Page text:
The study is hopeful that the findings will be considered by older adults when mulling retirement, but perhaps more importantly, the study also hopes that policy makers in developing countries take note while drawing up new pension plans. Instituting social get-togethers and work shops for recent retirees to help lessen the predicted decline in social interaction and critical thinking that often comes along with retirement are suggested to be helpful.
READ MORE: If You Rest, You Rust? Study Finds Early Retirement May Speed Up Cognitive Decline
Smog exposure in childhood can haunt you in old age
Air pollution is a particularly scary public health hazard. For the people who live in highly smoggy areas, it can be virtually impossible to avoid exposure. One study finds that exposure to air pollution as a child can cause more severe cognitive decline in old age.
The study tested the thinking skills and intelligence of over 500 adults, all around 70 years-old. Participants were given the exact same test they had once completed decades ago around the age of 11. Then, the seniors took that same test again on two more occasions; at 76 years-old and again at 79 years-old. The study examined public records to determine smog levels in the areas where each person had grown up.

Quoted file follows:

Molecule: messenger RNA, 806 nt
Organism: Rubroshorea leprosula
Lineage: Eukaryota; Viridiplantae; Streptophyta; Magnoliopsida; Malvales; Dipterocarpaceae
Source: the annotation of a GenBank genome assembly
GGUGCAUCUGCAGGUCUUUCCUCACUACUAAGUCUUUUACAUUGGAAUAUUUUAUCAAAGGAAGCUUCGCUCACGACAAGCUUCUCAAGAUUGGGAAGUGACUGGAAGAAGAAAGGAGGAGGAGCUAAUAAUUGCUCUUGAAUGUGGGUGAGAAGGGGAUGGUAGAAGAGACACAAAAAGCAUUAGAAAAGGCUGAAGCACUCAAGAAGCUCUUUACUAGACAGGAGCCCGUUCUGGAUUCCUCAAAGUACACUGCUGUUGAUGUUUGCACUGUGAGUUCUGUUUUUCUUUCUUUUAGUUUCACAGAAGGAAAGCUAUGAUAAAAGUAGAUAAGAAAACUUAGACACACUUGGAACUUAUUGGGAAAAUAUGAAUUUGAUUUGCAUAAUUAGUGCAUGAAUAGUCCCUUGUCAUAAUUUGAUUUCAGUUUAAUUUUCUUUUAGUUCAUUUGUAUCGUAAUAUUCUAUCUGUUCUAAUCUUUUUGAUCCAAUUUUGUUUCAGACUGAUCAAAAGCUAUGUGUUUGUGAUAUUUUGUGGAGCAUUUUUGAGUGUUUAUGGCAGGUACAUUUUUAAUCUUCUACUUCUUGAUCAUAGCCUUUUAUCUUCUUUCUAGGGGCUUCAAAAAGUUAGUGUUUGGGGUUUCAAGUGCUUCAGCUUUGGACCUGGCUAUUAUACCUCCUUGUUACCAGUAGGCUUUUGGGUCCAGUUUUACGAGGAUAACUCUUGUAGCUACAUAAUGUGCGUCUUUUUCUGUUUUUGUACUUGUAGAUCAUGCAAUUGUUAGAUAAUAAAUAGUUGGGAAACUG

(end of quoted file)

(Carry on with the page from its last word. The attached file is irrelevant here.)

Series of statistical models were created upon using all of the data. This was done to determine the relationship between air pollution exposure as a child and elderly thinking skills.
The results indicate that childhood exposure to smog has a small, but noticeable impact on cognitive changes between ages 11 and 70. It clearly shows the effect that exposure to air pollution very early in life could have on the brain many decades later. This poses as the first step towards understanding the harmful effects of air pollution on the brain and could help reduce the risk of dementia for future generations.
READ MORE: Smog exposure as a child linked to cognitive decline in old age
Bad for the brain too: Belly fat
Hope to hold on to a strong memory in your elder years? Do your best to maintain a healthy figure as you age. A new study finds that a larger waistline is linked to greater cognitive decline in adults over 60.
The study analyzed data on nearly 5,200 elderly Irish adults who participated in a national study that examined various health and lifestyle factors. Findings ultimately reveal that one’s waist-to-hip ratio may represent their level of cognitive function.
Results suggest that, the more belly fat an individual has, the more likely they’ll show some form of cognitive impairment — such as worsened memory, poor judgment, trouble thinking — once they hit their 60s. Also noting that overweight people perform worse on memory and visuospatial tests.
The study believes that the cognitive decline is the result of an increased secretion of inflammatory markers by belly fat, which has been linked to a higher risk of impaired cognition. However, having a high body mass index (BMI) doesn’t necessarily mean a person is more likely to have a poorer memory because the figure doesn’t differentiate between fat and muscle.
READ MORE: Wider Waistline Linked To Weaker Memory, Greater Cognitive Decline In Older Adults
Should these risk factors for cognitive decline lead you to make certain dietary, exercise, or lifestyle changes, be sure to